I have used NDepend on and off for the past couple of years. It has never been an everyday thing, but whenever I have an itch to find out just how convoluted my code dependency graph has become, NDepend has been there for me.
Full disclosure: Patrick Smacchia sent me a free professional license of NDepend to play with some time ago. To be honest, I didn't really need the license because I was already using the OSS edition of NDepend at the time. I just think this is a cool tool. :-)
Download and Installation
Installing NDepend is pretty easy. Just visit the NDepend download page, type in your email address for the OSS or trial version or your license code for the progressional addition, then download the NDepend ZIP file. Extract the ZIP someplace useful (like C:\Program Files) then pin a shortcut to VisualNDepend.exe to your Quick Launch bar.
Now launch VisualNDepend. To enable Visual Studio and Reflector integration click on the button in the UI. A couple more clicks and you're done.
I have to say, unboxing NDepend is very slick! There are a bunch of links to little screencast demos to explain how stuff works. I have to admit I have tool envy here. I wish my tools could help the user along like this.
That said, I do wish NDepend (and Reflector also) had an MSI installer flavor. It's harder to explain to others how to extract ZIPs and create shortcuts than to just ask them to run through a standard installer process.
Dissecting Gallio with NDepend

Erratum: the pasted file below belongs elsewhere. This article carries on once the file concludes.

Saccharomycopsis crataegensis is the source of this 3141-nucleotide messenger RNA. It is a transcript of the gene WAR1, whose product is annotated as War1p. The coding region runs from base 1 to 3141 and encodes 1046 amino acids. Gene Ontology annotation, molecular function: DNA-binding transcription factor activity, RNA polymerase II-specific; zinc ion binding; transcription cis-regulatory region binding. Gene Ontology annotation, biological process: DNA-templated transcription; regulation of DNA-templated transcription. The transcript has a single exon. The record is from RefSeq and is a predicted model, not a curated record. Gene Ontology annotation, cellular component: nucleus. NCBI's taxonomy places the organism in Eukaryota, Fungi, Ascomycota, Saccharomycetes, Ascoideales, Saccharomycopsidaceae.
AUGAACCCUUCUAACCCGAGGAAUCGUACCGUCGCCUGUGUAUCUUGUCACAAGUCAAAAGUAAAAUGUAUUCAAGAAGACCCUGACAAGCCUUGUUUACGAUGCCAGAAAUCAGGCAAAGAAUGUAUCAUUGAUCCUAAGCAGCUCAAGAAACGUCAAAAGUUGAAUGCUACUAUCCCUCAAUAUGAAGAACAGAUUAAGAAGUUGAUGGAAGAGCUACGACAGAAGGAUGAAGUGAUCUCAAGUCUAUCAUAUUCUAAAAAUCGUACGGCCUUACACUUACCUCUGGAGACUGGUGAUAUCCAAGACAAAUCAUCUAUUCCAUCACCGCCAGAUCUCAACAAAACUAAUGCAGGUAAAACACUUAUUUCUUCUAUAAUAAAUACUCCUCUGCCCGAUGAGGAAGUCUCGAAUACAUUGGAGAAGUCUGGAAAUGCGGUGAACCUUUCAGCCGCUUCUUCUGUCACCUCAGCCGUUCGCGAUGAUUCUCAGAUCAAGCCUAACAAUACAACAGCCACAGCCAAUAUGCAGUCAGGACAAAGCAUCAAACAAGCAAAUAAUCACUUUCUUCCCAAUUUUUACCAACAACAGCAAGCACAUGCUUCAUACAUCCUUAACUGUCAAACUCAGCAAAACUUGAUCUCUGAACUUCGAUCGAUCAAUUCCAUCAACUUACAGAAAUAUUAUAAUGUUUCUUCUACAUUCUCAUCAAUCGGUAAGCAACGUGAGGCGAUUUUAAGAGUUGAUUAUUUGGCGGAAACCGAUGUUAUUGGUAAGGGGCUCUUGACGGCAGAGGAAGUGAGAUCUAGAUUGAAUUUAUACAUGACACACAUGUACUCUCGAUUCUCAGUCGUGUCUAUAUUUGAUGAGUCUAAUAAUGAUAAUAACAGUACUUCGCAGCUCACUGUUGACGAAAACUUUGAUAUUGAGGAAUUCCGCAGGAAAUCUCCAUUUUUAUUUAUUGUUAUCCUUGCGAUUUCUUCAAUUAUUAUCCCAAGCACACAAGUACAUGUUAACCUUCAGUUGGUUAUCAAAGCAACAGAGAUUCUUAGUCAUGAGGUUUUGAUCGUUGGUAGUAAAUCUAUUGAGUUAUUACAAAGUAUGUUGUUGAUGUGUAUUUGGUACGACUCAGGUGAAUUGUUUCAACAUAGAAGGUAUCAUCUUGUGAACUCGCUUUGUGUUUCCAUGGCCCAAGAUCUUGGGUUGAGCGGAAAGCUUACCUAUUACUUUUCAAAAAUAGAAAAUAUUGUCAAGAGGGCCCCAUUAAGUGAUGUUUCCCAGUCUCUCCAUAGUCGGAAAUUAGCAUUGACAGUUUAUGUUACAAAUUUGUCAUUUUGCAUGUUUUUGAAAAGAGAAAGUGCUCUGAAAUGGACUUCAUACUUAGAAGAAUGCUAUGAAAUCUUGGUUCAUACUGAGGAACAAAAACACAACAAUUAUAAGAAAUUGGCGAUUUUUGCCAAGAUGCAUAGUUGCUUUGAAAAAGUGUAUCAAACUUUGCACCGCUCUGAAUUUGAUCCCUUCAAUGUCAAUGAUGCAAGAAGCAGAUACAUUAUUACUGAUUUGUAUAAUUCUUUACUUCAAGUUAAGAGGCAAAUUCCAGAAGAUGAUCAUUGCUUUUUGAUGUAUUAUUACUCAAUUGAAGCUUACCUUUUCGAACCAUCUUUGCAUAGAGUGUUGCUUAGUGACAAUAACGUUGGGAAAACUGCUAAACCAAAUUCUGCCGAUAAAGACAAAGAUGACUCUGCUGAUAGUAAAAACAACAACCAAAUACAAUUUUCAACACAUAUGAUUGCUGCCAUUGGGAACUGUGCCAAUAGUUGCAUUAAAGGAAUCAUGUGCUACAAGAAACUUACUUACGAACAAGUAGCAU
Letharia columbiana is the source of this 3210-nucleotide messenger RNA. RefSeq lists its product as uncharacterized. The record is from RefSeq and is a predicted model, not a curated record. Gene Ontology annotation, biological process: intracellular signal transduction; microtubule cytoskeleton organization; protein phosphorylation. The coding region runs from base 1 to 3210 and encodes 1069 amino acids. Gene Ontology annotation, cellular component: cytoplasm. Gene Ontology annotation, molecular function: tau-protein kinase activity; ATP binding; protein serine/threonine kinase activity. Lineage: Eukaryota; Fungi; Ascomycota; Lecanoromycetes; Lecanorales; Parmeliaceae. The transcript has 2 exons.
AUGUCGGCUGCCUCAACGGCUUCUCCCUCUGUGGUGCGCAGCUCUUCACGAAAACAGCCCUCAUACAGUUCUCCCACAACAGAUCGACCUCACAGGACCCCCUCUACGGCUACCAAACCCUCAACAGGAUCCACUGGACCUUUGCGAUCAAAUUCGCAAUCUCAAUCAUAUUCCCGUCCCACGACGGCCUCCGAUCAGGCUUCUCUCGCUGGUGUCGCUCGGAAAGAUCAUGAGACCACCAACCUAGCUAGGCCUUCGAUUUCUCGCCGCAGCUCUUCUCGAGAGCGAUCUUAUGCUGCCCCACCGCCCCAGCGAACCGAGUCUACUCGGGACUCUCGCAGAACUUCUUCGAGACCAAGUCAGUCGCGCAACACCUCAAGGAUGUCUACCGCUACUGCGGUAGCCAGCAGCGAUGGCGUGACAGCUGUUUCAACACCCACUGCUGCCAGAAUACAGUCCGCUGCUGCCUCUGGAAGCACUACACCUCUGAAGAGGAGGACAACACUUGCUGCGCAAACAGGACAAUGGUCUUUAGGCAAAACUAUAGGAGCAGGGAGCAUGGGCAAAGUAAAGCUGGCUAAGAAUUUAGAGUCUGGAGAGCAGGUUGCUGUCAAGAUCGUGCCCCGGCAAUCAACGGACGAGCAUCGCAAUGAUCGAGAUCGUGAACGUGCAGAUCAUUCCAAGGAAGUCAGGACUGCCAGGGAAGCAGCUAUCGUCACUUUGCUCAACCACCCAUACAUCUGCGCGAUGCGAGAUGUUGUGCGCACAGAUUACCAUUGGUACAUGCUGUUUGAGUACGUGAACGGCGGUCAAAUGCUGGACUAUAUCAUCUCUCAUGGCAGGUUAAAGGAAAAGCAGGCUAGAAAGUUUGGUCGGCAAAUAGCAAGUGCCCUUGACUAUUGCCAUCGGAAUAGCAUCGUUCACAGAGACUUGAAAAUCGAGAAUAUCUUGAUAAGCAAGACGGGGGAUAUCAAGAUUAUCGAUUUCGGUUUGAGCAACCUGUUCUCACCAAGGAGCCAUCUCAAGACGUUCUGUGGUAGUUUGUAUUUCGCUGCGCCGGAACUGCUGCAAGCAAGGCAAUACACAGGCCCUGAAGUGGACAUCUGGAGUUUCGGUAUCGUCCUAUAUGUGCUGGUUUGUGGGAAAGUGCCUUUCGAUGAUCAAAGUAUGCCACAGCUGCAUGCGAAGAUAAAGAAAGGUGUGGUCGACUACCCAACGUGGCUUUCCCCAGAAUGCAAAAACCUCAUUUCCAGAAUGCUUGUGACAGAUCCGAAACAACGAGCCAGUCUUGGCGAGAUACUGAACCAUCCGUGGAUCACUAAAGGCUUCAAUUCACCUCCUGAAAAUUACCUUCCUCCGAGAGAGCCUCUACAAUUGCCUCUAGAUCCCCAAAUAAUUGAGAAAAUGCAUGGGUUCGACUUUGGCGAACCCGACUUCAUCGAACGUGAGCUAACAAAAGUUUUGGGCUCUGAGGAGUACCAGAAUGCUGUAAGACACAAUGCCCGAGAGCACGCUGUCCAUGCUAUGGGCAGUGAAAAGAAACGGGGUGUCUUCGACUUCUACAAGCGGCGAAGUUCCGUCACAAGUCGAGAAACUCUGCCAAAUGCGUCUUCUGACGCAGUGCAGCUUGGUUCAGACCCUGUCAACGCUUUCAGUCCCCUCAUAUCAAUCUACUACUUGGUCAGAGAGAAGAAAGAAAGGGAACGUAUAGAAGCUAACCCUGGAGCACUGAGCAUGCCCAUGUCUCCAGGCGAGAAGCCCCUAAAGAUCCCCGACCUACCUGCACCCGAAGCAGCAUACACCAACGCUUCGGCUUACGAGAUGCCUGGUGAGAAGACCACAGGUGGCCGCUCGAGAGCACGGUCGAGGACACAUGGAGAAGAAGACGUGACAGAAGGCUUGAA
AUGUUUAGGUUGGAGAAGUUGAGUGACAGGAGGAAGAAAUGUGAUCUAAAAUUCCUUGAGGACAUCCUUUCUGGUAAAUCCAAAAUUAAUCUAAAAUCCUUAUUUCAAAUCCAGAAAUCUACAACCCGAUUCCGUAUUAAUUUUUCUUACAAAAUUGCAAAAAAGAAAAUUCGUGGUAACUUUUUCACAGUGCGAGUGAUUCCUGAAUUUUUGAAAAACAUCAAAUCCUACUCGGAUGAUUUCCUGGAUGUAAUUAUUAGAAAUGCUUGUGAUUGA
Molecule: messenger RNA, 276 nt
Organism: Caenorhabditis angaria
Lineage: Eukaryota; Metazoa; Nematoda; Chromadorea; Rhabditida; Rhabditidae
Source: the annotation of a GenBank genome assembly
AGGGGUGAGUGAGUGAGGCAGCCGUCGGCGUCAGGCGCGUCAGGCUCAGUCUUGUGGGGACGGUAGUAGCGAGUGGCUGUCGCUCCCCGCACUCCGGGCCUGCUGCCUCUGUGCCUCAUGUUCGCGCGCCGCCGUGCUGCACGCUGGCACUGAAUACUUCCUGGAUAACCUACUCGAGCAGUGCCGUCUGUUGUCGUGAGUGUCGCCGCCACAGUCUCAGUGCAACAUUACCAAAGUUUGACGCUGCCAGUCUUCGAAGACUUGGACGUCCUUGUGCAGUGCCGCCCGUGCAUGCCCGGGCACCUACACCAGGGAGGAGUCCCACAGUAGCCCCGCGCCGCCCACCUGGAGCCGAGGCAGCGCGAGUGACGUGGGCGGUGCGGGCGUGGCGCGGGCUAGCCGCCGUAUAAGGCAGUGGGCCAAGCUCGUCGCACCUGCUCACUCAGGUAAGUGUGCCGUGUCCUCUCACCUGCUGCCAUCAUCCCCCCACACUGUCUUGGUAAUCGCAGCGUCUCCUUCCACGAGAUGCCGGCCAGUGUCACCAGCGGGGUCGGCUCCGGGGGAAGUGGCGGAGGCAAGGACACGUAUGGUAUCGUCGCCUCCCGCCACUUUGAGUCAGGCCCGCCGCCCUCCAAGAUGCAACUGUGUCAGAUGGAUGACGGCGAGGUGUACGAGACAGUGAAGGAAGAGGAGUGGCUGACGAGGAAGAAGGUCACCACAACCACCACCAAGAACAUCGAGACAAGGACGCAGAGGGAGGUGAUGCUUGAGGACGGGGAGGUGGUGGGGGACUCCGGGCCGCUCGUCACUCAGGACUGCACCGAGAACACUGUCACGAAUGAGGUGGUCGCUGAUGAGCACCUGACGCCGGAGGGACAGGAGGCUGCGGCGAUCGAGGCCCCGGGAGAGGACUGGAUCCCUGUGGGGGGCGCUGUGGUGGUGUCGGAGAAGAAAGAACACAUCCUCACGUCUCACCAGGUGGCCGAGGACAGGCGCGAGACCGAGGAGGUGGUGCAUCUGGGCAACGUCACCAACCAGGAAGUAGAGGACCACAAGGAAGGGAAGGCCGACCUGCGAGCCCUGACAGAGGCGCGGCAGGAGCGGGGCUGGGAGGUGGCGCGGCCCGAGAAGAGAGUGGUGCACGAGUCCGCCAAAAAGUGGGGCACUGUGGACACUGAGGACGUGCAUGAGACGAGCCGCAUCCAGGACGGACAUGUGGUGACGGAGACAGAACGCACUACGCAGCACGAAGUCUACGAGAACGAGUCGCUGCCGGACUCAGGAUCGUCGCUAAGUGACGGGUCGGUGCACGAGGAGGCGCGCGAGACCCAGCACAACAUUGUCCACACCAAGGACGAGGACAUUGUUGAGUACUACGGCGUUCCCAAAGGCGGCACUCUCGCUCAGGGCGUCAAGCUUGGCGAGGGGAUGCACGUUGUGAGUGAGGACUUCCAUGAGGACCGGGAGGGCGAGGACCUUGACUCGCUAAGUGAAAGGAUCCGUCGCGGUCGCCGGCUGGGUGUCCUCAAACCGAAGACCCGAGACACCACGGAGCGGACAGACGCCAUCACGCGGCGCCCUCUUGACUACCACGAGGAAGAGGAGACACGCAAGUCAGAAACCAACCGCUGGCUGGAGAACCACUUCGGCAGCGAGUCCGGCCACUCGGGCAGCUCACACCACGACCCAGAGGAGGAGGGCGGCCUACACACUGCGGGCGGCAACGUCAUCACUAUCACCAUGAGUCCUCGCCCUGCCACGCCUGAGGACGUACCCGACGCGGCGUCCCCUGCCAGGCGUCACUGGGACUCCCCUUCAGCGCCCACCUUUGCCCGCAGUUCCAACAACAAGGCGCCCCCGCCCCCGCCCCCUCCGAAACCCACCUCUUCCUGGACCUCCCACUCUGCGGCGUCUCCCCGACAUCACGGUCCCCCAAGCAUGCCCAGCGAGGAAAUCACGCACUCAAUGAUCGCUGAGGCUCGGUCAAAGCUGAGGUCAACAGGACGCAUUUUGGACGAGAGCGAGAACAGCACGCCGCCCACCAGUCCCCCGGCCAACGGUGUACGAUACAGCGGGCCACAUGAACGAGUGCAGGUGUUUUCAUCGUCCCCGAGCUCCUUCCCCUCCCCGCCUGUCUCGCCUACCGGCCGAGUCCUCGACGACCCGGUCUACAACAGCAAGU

After installing the NDepend add-in for Visual Studio, I opened up the Gallio solution. There's a lot of stuff in here, so for this exploration I'm going to start by looking at the dependencies within Gallio.dll.
It's been a few months since I looked at this so I'm cringing here... What will I discover?
Up pops an instance of Visual NDepend with this dialog listing all of the assemblies in my solution. Pretty slick. I don't have to create a new NDepend project from scratch. On the other hand, I'm only interested in Gallio.dll and I did right-click specifically on that project in Visual Studio so I will remove everything else.
The next thing that pops up is an NDepend report. It shows up in my default web browser (FireFox). I think it might be cooler if it appeared inside of the Visual NDepend application itself using an embedded web browser (eg. System.Windows.Forms.WebBrowser) but this report is pretty useful anyways.
Bunch of metrics regarding both the source code and the compiled binaries. Looks like Gallio.dll consists 66% of comments. Heh. There's all of the XML documentation!
One thing to keep in mind when reading the report is that not all of the information is equally useful. NDepend computes lots of different metrics to help you find hot spots. Of course, if there's nothing really wrong then what it finds might not be very interesting. You need to read the report intelligently.